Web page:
Patrick Higgins' new album Tocsin is full of thrilling opposites: A modern classical record with a punk/noise ethos, from a composer who has lived and breathed both identities. A masterclass of visceral genre-bending sounds, that are physical and delicate at the same time. This is modern classical chamber music, and everything that comes with that: thorny, cerebral, technically difficult – infinitely analyzable. But essential to Higgins' purpose is to begin with the spirit of the hardcore punk and noise scenes, a kind of concert music from the underground. If your path to this music is through Higgins' work in legendary avant-rockers Zs, you will feel this music, before you start making sense of it. The compositions explore cutting edge musical dimensions, like microtonality, harmony, and very specific theoretical experiments in timbre and innovative music notation.
But what Patrick Higgins cares about most of all is the possibility for music to radically rearrange the human environment it is heard in. As he puts it, "introducing new ritual into the presentation of concert music, socially as much as artistically." While there are no coded messages, this is urgent music, social music: expressionistic and philosophical works of what the composer calls ‘crisis music'. The compositions in Tocsin are quote-unquote difficult music, but they make you feel deeply, being music as much of the heart as of the head. That is a rare accomplishment for sounds as experimental as these.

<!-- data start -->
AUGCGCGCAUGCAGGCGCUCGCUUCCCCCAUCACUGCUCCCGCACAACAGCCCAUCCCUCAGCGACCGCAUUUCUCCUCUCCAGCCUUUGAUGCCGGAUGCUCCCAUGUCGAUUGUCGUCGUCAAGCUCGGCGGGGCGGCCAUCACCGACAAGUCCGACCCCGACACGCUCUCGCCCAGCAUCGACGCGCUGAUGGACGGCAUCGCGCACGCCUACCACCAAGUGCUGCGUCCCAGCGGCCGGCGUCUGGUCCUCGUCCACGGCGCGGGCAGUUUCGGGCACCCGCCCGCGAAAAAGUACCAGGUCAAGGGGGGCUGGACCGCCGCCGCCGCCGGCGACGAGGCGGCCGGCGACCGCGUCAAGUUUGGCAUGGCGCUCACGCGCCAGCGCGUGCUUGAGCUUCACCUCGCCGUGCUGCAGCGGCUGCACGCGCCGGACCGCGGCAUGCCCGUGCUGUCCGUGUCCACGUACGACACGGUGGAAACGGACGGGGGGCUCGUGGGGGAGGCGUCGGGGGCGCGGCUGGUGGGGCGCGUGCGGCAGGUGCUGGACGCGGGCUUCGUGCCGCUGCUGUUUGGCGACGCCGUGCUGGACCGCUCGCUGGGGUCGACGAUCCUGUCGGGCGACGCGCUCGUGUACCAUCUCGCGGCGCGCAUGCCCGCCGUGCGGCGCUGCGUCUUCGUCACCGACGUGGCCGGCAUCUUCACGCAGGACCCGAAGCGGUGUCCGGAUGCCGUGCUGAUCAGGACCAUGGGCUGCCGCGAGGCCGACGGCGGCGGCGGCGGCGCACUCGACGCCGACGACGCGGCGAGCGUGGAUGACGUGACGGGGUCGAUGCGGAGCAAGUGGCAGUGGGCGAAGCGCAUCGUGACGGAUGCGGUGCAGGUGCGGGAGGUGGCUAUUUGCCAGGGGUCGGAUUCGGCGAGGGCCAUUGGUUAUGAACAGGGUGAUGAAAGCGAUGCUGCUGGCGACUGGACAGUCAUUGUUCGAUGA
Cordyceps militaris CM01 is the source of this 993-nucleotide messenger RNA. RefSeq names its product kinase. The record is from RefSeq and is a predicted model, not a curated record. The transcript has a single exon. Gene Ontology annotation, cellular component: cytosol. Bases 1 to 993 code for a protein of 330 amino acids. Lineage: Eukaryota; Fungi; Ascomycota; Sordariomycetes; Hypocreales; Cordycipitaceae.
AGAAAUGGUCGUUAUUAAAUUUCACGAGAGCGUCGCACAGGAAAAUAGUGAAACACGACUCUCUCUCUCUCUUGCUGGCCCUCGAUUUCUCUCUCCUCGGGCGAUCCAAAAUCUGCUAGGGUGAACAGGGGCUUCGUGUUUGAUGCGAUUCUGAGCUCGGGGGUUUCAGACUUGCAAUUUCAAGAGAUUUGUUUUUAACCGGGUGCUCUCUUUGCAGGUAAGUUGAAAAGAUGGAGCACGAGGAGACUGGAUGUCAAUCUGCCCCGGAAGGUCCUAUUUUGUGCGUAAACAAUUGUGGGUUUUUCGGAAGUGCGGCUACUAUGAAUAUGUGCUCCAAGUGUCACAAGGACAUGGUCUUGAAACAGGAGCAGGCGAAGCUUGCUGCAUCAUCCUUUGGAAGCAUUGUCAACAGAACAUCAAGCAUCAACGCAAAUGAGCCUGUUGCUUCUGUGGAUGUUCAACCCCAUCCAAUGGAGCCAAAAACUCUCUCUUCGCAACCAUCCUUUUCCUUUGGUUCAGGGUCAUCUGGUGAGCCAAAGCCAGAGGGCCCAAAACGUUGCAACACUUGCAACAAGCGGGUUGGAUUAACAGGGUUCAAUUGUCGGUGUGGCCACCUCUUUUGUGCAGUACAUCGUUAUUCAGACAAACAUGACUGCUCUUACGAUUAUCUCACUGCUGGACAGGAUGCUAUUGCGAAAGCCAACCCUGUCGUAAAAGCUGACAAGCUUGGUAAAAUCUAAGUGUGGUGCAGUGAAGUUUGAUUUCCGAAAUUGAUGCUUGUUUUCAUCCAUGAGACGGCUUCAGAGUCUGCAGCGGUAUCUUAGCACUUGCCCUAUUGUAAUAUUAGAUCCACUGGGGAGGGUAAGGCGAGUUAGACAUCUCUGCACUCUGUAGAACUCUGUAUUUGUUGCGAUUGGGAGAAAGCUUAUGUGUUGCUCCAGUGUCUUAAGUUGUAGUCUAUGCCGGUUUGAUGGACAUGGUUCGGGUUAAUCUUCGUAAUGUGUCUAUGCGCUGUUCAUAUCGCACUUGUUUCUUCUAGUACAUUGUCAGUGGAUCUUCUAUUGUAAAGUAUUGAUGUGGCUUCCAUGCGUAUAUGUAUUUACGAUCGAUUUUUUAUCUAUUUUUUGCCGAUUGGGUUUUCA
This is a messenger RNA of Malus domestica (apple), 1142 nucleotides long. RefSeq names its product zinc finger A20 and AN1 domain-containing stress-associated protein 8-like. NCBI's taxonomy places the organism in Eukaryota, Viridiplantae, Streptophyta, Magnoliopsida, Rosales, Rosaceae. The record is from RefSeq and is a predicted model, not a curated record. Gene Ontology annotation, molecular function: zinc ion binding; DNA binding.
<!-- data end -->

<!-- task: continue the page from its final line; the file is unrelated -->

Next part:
Over the course of three large compositions, the listener is brought on a journey of constant surprise: as when the sound of violins dissolves into a cloudburst of pure noise, more at home in an underground electronics show than anything that appears on a concert stage. And yet the music is written and performed with expertise, precision, and vibrancy. A new virtuosity inspired and created by the collaboration of these excellent musicians. These chamber pieces are years in the making, masterful works of a high order. The LP edition begins with a special Higgins arrangement of Bach, a nod to his previous solo guitar album for Telegraph Harp, Bachanalia.